- Always be generous with your gratitude to people who help you out along your career path. It will come back to help/haunt you if you don’t.
- Always be generous helping people out along your career path. It will come back to help/haunt you.
- Speak up in the newsroom. If the old boss man (or boss woman) is really out of touch, tell them (nicely). Your generation is more connected to the media than any before and will save journalism.
- Take business, entrepreneurship and marketing classes.
- Defend net neutrality, democracy and the freedom of information like your life depends on it. Because your livelihood does.
- Volunteer and get involved with one of the dozens of journalism organizations. It’s a great place to learn and I hate to say it but it’s a great chance to network, which will get you jobs. (I’m not a fan of the “X got a job because he knows Y” formula that runs rampant in most newsrooms. X should get the job because he’s way more skilled than Y. But if you’re equally skilled and X knows someone, they’ll always get the job over your paper resume. So get involved and share your skills with everyone else.)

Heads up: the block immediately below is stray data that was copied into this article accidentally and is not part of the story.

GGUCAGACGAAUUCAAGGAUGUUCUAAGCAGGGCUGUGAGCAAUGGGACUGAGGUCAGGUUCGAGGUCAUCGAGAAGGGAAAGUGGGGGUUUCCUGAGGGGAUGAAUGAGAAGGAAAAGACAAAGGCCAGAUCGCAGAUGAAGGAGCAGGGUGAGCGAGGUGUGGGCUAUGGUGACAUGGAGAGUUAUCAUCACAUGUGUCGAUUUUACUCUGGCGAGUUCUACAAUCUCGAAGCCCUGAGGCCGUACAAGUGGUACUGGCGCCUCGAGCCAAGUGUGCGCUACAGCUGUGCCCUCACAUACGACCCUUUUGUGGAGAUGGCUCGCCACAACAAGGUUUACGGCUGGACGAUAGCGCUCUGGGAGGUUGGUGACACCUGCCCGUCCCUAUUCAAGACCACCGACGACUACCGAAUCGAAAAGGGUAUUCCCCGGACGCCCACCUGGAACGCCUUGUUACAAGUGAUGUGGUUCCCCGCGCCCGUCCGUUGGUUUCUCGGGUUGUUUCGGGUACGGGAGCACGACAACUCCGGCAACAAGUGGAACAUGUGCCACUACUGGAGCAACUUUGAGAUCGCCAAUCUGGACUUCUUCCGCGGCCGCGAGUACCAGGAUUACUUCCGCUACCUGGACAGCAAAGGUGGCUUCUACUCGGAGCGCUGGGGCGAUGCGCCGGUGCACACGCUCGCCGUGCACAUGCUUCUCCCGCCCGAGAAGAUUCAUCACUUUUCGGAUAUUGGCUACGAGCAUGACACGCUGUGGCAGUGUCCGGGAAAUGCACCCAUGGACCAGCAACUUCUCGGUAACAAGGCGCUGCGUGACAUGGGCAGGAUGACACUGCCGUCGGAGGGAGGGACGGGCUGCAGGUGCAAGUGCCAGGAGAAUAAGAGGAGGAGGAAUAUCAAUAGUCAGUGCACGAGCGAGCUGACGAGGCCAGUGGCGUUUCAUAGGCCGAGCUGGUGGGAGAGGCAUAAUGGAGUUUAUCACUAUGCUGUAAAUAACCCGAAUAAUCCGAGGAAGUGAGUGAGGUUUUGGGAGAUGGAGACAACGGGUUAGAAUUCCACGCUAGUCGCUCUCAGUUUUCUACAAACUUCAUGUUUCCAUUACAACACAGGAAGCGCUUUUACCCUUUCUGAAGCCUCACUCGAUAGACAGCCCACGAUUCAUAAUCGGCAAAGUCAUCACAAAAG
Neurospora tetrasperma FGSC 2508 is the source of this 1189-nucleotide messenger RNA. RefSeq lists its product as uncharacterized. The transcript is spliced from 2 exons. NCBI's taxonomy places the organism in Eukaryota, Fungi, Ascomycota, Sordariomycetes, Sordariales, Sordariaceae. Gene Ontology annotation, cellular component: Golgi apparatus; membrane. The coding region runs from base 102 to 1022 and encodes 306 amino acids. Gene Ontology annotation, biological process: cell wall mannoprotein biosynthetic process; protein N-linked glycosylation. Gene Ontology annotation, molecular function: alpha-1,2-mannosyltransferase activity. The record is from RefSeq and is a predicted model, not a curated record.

- Buy YourName.com and put up a basic website. Even if it’s totally lame and basic. Just do it. And link to Journerdism.com and CollegeMediaInnovation.org
- Acknowledge that you may not ever work for your ‘dream paper’ or that they may be a very different animal by the time you get there. (I paraphrased this from something Rich Gordon, one of my Medill profs and a really cool guy, once said. It’s very true.)
- Always have a back up plan in case the ship sinks.
- Floss regularly.
Sullivan: The most recent project is, “Walks with Angels,” a story about two Haitian girls that came to the U.S. to get relatively common surgery they couldn’t get in their homeland. It’s a series of audio slideshows peppered with explanatory infographics. Throughout this project we battled with trying to make this a relevant, interesting story and not just ‘another story of a sick kid in a foreign country.’ The girls’ similar story arc and surprise really ending helped drive the narrative and made it pretty interesting. #
It was quite a challenge, especially working without using voice over, when most of the audio recorded was in Creole with a translator doing the translations live (while the story is being reported and photos being taken she was translating). Our team — Uma Sanghvi, Dianna Smith, Jennifer Podis, Justin Gilken, Steve Lopez and Margaret McKenzie — did a stupendous job though and we’ve received a lot of great feedback from the community. There’s also been a flood of donations to help other children in this situation. ##